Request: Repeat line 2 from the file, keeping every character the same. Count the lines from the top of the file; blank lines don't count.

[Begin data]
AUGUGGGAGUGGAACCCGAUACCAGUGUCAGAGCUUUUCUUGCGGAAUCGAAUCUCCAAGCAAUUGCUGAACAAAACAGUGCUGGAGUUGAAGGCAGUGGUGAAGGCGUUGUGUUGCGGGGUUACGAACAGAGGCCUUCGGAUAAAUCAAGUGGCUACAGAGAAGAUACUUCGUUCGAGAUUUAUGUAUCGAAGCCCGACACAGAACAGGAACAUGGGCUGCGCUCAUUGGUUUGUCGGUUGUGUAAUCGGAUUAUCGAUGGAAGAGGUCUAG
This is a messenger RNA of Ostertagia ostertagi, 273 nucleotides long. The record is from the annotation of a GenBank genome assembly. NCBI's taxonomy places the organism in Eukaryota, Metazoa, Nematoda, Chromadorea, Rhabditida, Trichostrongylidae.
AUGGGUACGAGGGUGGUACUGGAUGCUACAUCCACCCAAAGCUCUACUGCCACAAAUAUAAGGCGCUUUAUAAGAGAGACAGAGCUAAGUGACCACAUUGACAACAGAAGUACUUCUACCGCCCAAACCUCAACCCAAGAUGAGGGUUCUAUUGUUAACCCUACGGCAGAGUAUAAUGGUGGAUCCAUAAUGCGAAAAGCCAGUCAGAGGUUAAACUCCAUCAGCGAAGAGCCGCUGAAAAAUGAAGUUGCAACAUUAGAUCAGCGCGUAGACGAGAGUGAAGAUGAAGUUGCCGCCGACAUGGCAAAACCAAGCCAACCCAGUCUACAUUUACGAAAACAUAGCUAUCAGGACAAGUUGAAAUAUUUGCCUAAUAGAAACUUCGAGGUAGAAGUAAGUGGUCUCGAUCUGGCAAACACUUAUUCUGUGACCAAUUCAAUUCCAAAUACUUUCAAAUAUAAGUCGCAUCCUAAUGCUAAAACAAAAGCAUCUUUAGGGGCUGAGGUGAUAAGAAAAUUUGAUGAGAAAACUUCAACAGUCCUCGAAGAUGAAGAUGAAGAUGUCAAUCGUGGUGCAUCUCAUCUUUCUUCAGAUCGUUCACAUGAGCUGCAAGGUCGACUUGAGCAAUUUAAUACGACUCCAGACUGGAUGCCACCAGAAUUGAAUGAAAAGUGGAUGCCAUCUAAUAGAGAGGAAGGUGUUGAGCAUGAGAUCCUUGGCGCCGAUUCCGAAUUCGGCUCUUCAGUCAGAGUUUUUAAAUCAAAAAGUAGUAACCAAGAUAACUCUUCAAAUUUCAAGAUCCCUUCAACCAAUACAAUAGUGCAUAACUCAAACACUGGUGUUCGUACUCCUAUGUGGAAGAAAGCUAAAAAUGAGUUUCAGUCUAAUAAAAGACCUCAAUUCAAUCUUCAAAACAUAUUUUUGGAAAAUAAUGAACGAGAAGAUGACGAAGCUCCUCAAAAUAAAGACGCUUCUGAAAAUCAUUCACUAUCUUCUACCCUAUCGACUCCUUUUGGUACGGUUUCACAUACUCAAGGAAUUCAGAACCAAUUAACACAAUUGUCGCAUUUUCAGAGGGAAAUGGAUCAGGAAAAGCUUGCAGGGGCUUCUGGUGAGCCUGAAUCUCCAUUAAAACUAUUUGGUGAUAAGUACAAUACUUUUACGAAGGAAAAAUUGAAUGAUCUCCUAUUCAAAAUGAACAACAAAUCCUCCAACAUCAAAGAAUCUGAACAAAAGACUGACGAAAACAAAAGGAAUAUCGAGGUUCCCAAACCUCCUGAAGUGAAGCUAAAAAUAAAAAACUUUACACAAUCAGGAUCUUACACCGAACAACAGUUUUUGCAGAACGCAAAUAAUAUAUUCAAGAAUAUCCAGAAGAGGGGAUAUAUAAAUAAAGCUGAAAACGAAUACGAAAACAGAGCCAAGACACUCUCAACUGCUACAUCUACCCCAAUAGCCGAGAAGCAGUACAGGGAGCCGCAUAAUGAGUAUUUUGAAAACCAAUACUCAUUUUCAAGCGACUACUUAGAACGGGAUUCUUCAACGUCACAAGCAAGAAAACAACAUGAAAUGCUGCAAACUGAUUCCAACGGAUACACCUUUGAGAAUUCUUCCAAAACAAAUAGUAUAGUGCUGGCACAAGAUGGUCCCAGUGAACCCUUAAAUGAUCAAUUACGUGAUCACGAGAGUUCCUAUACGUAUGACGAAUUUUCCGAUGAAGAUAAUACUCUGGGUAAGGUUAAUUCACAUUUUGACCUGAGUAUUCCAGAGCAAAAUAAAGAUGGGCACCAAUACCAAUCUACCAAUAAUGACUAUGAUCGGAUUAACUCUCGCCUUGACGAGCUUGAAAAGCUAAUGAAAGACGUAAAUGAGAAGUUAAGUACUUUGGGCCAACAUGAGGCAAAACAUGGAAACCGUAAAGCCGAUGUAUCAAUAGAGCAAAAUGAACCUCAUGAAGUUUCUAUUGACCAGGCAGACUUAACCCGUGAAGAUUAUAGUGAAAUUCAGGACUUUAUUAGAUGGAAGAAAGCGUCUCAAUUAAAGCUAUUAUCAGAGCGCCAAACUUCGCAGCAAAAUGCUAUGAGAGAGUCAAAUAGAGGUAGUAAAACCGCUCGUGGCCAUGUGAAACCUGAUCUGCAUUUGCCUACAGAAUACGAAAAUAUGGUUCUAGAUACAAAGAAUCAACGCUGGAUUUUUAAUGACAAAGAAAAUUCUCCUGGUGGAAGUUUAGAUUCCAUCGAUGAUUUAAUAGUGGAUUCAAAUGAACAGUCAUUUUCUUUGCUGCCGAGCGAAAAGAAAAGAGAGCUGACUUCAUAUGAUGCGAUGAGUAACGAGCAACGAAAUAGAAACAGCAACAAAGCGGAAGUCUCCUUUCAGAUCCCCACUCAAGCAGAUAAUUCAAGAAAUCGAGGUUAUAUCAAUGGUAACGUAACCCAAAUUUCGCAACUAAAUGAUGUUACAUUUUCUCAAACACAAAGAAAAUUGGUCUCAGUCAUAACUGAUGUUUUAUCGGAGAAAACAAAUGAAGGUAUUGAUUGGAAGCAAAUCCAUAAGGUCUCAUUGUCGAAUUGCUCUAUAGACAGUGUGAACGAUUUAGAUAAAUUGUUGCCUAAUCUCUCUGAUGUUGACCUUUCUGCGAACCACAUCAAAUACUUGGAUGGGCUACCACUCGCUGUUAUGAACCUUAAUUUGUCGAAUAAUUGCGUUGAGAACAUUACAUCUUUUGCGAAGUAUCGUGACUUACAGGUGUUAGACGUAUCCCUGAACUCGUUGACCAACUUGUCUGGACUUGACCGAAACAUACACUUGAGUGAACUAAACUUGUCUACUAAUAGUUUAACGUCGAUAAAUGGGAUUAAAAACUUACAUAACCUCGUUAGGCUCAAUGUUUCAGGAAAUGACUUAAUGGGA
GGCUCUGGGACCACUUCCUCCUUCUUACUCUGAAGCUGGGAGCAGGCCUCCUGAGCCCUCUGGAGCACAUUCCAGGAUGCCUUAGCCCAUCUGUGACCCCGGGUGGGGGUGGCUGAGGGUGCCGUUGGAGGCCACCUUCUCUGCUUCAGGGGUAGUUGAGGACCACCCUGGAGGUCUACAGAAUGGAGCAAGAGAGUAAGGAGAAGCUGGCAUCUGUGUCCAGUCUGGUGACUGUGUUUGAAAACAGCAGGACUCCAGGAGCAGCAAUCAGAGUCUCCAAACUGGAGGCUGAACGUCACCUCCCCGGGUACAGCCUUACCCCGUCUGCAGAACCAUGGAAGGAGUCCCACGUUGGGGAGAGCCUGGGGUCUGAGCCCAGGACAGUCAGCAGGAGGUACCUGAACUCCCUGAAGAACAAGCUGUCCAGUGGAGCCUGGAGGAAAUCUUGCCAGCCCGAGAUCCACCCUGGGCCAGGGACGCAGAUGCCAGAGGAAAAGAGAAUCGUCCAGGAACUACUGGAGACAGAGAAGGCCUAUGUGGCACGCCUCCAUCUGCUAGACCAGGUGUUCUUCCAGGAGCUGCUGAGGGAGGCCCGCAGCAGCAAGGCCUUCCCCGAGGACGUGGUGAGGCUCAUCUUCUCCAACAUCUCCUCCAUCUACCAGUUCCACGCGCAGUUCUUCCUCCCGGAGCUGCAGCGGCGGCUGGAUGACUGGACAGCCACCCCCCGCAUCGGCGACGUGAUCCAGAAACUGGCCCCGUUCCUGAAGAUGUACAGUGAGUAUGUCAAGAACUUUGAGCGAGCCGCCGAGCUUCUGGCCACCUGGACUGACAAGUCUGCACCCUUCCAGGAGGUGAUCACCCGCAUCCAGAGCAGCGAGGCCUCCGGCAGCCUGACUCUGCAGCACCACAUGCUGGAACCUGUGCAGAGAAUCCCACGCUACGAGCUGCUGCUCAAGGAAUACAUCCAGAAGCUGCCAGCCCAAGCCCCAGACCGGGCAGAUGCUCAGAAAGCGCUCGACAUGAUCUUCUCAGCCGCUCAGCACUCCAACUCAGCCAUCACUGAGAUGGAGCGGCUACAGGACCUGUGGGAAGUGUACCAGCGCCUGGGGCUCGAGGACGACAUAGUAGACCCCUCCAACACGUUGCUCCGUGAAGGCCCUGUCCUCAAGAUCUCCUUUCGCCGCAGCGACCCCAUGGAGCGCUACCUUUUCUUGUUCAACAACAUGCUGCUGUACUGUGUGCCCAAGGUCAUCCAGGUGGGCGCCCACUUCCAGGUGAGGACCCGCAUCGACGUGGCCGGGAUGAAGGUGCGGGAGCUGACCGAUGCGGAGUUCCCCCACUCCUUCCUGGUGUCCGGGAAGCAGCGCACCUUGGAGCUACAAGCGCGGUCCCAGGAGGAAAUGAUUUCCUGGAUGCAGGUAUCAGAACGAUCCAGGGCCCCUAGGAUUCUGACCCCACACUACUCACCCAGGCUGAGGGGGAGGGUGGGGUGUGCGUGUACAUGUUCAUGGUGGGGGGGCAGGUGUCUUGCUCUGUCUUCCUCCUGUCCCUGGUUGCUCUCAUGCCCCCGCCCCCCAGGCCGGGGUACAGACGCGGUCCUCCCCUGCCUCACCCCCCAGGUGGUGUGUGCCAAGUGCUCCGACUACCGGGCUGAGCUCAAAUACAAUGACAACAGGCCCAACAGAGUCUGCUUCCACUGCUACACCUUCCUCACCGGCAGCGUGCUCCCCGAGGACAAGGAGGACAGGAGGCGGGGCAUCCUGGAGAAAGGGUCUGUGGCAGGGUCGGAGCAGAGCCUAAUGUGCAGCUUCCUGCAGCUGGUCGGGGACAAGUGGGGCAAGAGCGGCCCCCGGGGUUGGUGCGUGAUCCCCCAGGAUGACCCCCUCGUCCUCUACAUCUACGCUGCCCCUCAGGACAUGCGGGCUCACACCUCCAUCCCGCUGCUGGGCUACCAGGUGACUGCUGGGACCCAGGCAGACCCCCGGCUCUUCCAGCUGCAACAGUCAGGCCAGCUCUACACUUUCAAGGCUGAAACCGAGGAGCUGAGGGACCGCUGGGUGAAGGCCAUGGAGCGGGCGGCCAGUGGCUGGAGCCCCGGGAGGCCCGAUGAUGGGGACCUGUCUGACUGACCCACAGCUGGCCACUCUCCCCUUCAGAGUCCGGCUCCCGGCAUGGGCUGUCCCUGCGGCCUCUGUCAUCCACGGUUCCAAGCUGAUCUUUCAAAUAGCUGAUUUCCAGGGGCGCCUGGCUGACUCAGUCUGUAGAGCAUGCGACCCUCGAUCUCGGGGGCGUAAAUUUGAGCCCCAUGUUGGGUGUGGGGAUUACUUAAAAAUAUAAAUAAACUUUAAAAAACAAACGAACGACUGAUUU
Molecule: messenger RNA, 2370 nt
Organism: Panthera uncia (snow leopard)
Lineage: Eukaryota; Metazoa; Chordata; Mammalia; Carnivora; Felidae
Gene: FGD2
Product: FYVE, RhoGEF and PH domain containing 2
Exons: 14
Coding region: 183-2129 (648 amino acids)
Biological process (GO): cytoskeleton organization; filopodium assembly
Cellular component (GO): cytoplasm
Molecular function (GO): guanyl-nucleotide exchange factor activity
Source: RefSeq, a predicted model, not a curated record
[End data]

This is a messenger RNA of Ostertagia ostertagi, 273 nucleotides long. The record is from the annotation of a GenBank genome assembly. NCBI's taxonomy places the organism in Eukaryota, Metazoa, Nematoda, Chromadorea, Rhabditida, Trichostrongylidae.